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GNOME Operating Systems Social Networks Ubuntu Linux

Ubuntu's "Lucid Lynx" Enters Beta 366

ActionDesignStudios writes "The upcoming release of Ubuntu, titled 'Lucid Lynx,' has just entered the beta cycle. Alongside the usual desktop and server versions, a special version has been released that is designed to run on Amazon's EC2 cloud service. This release of Ubuntu does away with the brown 'Human' Gnome theme we've all become accustomed to, replaced by a new version Canonical says is inspired by light. The new release also includes much better integration with social networking services such as Twitter, identi.ca and Facebook, among others."
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Ubuntu's "Lucid Lynx" Enters Beta

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  • by s0litaire ( 1205168 ) on Tuesday March 23, 2010 @10:44PM (#31593154)
    ... and I like it!
    Boot times are FAST on my laptop down to 27s (85s booting on 9.04)
  • Music Store (Score:4, Interesting)

    by headkase ( 533448 ) on Tuesday March 23, 2010 @10:46PM (#31593174)
    I was excited about the Ubuntu One Music Store but then I found out it is gimped in Canada: indie artists only. So once again record labels keep my money out of their pockets! ;)
  • by da cog ( 531643 ) on Tuesday March 23, 2010 @10:47PM (#31593180)

    Pure speculation, but it could be that their goal is to order the window buttons in *increasing* order of their impact on the window, so that the easiest to click button merely resizes the window rather than of taking it away or destroying it. This arguably makes more sense then the OSX interface where the easiest button to click of the three is the one that gets rid of your window.

  • by Anonymous Coward on Tuesday March 23, 2010 @10:58PM (#31593264)

    It would have made less sense to users upgrading to OS X from previous versions. The window close button has always been in the upper left corner on a Mac.

  • by Anonymous Coward on Tuesday March 23, 2010 @11:10PM (#31593352)

    Modded Insightful?

    Really? Some troll talking about how awful and evil black people are?
    The guy turned the ugly brown theme into a disgusting racial rant.
    For shame.

  • by Aphoxema ( 1088507 ) * on Tuesday March 23, 2010 @11:16PM (#31593400) Homepage Journal

    Here's a screenshot of my netbook...

    http://operationinertia.org/SD/Screenshot8080.png [operationinertia.org]

    I switched to Chrome because... well, I don't know. I'm just more comfortable with it in the short time I've used it.

    The nice thing about Window Picker Applet is it always keeps the close button to the right edge, so if it's the last applet on the upper panel then I can always expect the close button to be in the upper-right corner.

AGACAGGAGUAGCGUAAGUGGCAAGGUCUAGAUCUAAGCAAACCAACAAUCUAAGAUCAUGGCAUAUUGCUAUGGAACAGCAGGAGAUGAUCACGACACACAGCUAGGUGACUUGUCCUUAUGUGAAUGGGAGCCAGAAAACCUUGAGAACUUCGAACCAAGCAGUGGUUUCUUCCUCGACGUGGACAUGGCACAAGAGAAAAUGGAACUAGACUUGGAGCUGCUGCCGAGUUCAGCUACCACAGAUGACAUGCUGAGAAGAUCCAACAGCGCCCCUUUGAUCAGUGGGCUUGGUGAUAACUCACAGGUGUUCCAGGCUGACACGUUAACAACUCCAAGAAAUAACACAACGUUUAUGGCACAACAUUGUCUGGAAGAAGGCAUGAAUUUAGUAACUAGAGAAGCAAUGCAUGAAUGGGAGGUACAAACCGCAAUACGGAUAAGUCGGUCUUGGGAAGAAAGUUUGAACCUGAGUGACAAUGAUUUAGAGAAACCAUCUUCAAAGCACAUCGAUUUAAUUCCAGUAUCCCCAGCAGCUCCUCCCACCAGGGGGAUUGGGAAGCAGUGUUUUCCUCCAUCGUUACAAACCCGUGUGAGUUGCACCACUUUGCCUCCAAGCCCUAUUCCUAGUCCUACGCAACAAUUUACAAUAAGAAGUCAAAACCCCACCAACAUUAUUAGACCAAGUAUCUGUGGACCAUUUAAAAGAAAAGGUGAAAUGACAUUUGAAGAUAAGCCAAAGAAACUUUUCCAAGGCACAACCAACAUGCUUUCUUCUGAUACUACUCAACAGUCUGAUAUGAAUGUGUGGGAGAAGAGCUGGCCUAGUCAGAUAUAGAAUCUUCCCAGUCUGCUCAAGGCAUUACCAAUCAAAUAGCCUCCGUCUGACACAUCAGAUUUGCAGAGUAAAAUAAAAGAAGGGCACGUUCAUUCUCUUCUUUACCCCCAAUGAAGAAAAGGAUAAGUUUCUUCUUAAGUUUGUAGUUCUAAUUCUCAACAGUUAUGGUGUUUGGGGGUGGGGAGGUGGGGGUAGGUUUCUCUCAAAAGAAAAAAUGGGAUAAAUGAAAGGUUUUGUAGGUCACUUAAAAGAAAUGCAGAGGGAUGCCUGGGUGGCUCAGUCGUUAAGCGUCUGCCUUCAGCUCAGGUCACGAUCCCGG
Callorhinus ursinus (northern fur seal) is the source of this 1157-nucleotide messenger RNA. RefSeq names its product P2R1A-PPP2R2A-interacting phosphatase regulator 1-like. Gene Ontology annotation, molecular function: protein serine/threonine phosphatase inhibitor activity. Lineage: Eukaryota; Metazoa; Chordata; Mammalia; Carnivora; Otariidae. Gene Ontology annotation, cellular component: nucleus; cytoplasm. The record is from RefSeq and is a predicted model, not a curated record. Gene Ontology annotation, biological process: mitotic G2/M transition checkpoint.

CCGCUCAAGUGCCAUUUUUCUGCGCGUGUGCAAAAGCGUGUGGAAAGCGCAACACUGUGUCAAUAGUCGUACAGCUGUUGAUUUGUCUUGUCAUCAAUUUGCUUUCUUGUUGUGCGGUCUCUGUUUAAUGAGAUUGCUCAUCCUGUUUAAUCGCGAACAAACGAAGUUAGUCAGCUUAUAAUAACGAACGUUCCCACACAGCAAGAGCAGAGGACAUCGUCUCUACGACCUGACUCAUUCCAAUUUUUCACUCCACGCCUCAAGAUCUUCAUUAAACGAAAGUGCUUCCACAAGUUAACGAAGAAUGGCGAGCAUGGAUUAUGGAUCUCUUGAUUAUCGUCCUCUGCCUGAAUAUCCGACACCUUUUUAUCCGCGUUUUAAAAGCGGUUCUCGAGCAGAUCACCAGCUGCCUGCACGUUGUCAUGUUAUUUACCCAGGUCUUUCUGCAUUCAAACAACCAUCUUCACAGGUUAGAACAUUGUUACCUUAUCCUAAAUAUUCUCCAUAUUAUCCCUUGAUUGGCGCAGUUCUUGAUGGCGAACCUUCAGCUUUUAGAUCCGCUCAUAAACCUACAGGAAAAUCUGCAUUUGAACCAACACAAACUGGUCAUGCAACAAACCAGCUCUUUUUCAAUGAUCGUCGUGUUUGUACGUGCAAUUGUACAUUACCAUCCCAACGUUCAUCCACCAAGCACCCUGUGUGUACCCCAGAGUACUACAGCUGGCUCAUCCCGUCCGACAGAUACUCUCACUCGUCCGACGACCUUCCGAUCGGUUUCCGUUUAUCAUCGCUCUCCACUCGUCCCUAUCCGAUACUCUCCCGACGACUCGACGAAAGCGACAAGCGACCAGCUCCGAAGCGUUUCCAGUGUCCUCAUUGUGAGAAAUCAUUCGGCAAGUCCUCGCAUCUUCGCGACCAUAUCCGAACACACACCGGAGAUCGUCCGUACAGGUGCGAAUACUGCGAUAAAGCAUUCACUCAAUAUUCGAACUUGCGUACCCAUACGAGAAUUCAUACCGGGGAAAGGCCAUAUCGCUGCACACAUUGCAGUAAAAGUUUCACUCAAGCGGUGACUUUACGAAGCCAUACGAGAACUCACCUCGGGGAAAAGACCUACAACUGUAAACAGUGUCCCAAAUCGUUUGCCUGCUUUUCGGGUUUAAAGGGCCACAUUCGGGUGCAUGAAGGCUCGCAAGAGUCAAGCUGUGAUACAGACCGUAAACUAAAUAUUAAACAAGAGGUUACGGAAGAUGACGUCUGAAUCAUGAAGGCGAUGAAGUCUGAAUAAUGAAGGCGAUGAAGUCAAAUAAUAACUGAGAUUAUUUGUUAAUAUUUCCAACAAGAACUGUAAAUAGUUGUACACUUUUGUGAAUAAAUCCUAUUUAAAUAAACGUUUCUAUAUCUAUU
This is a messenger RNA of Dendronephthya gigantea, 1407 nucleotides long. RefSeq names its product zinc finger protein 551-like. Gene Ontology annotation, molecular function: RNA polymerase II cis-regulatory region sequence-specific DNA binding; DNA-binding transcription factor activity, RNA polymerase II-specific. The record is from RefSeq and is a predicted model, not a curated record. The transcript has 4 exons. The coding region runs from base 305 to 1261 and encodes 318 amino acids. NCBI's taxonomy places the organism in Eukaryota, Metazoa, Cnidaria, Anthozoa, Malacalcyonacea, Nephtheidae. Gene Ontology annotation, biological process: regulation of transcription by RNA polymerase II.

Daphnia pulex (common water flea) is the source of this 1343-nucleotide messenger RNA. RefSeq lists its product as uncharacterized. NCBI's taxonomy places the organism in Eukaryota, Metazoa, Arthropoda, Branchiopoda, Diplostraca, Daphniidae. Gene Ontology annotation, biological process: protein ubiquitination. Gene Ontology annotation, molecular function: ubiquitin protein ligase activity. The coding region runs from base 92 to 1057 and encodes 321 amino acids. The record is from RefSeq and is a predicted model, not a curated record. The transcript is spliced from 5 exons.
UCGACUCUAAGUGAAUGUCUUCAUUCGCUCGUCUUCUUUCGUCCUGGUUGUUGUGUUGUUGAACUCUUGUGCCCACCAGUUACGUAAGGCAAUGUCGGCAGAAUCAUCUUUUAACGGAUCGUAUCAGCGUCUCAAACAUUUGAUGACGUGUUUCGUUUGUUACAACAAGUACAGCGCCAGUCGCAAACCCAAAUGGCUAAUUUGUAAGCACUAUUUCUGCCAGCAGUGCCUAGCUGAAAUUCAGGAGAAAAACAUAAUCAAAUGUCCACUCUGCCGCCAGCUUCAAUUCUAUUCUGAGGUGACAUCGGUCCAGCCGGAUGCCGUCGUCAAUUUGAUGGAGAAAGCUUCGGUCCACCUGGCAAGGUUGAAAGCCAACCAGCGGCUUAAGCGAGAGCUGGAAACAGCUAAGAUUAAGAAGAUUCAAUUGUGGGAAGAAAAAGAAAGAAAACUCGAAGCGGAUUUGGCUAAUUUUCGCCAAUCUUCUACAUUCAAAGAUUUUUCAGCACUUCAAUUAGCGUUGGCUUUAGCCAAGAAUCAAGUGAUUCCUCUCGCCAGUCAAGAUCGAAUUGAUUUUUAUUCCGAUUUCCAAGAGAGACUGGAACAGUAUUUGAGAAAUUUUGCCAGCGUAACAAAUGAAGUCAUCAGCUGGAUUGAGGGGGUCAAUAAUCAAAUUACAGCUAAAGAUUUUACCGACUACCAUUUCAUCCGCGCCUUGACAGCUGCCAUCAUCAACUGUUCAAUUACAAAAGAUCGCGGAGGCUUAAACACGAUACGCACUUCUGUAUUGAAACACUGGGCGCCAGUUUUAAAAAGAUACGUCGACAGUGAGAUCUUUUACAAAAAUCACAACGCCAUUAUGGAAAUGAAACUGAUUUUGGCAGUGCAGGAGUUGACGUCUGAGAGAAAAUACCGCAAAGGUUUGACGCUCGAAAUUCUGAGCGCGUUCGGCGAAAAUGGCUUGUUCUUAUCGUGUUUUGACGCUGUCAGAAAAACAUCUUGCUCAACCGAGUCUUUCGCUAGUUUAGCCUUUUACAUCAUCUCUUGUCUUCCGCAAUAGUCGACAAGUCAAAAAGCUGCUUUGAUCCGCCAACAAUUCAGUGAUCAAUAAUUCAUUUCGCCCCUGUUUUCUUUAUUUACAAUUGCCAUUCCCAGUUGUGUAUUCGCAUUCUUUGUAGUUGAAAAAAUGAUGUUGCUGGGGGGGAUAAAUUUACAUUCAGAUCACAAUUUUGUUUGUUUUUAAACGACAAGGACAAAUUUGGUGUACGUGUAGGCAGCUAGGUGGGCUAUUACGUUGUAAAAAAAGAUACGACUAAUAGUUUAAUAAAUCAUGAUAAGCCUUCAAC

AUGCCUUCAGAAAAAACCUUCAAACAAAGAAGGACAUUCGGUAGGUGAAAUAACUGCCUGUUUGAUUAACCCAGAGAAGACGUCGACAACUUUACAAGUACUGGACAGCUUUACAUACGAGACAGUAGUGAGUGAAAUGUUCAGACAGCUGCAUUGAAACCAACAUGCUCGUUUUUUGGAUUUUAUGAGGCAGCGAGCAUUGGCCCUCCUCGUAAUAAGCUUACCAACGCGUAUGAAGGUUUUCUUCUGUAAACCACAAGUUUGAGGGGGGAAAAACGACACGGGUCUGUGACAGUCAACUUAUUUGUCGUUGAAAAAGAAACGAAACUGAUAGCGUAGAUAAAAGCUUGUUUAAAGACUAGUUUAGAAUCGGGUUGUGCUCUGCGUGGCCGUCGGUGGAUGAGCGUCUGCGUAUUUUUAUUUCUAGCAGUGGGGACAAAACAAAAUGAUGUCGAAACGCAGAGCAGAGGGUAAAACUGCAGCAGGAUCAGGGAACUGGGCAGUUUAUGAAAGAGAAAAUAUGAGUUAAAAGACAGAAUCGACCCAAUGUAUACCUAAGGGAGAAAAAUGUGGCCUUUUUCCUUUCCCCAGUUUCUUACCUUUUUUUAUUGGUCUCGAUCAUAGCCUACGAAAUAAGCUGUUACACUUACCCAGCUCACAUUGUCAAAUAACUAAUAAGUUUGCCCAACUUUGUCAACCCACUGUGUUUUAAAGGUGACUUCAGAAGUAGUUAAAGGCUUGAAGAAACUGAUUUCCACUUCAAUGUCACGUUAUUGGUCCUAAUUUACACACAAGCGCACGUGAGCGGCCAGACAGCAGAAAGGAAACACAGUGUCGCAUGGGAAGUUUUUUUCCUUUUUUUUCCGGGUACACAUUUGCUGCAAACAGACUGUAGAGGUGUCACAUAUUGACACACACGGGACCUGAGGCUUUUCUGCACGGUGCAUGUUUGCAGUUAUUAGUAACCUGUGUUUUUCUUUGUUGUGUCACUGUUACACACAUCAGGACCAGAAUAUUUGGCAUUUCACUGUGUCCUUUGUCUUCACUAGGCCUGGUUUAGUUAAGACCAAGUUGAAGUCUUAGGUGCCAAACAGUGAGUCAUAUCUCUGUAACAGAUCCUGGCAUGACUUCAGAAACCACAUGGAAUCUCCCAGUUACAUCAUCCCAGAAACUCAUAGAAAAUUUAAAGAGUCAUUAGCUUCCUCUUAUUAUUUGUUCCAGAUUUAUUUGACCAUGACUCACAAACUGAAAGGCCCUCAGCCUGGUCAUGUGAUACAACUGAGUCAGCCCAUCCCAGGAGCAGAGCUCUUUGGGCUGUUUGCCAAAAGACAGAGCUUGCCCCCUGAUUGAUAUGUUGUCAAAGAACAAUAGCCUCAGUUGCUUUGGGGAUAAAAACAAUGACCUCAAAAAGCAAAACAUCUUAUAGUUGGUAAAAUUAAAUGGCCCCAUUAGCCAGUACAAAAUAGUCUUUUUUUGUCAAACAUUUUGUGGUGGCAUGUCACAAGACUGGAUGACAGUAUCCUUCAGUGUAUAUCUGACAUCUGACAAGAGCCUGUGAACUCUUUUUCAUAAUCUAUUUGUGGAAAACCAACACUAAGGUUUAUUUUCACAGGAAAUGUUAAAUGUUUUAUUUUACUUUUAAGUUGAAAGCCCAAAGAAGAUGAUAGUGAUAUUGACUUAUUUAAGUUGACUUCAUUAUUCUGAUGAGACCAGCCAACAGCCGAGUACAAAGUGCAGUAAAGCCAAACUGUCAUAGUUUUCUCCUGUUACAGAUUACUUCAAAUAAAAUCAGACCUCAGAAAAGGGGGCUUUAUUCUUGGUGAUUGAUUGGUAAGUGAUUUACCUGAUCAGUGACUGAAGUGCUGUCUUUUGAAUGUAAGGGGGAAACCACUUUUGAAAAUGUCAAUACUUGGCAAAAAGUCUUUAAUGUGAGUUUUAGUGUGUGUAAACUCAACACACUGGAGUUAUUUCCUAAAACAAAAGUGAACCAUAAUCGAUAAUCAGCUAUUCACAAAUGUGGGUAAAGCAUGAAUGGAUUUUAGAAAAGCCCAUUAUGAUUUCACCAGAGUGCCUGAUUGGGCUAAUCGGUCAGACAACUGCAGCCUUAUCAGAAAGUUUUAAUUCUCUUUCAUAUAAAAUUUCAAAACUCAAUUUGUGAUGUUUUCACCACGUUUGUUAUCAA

Maximus removes the window decoration on maximized windows and maximizes all windows windows by default (with some exceptions). Chrome, when using the GTK theme and allowing the DE to manage the decorations nests quite nicely.

    I also hid all the subdirectories in the gnome menu and left just the stuff I use in the root.

    I grew up using computers, but lately I've been less serious about them. Ubuntu caught me somewhere in between and it just does me right.

  • by Aphoxema ( 1088507 ) * on Tuesday March 23, 2010 @11:30PM (#31593492) Homepage Journal

    The new release also includes much better integration with social networking services such as Twitter, identi.ca and Facebook

    Why should an operating system "integrate" with a social networking service?

    Ever hear about that "Killer App" everyone's been looking for?

  • by Anonymous Coward on Wednesday March 24, 2010 @12:14AM (#31593810)
    If you really want to make full use of your screen real estate, I suggest looking into tiling window managers. Personally, I use awesome. I love how convenient and efficient it is to be able to switch to any windows I want to display simultaneously by just hitting a couple keystrokes. They're automatically resized to fill the screen without overlapping, although I can adjust it further if necessary with just a couple more keystrokes. No need to waste time moving my hands away from the keyboard, let alone wasting time dragging windows around to reposition them, dragging to resize, etc.
  • Re:f1rst p0st (Score:3, Interesting)

    by Aphoxema ( 1088507 ) * on Wednesday March 24, 2010 @01:21AM (#31594240) Homepage Journal

    I don't want my OS to be interesting, for fuck's sake. I want it very predictable and unobtrusive.

    Here, here. Glad to see someone else who doesn't give a shit that an "OS be tightly integrated with/for social networking"? Why is staring at our electronic bellybuttons so frikkin' important??? Could we be more self-absorbed, here on Planet Hollywood? {grumble grumble... slinks back off to cave...}

    Because in order of x sells from greatest to lowest, it is Sex, Vanity, then Convenience. Social Networking provides all three.

  • by geminidomino ( 614729 ) on Wednesday March 24, 2010 @01:43AM (#31594370) Journal

    As long as I can easily switch it back to how it currently is, I don't really care. I'm not sure what the reasoning is behind the switch besides pissing off current users.

    At a guess, the hype over the past few years has convinced Canonical to try to become the Apple of the Linux world.

    It's not working (much like my sound card for the past 4 versions of Ubuntu...)

  • by wvmarle ( 1070040 ) on Wednesday March 24, 2010 @01:53AM (#31594414)

    Looks nice except for that huge grey bar on top: that's a waste of screen space. I'm now using Easy Peasy (Ubuntu Netbook Remix based) and that is doing something similar except putting the title bar of the window also in the top menu bar, saving those pixes for something useful. Very important on a small screen like the EEE701 has. I'm using it much more now than when I had the stock Linux on it.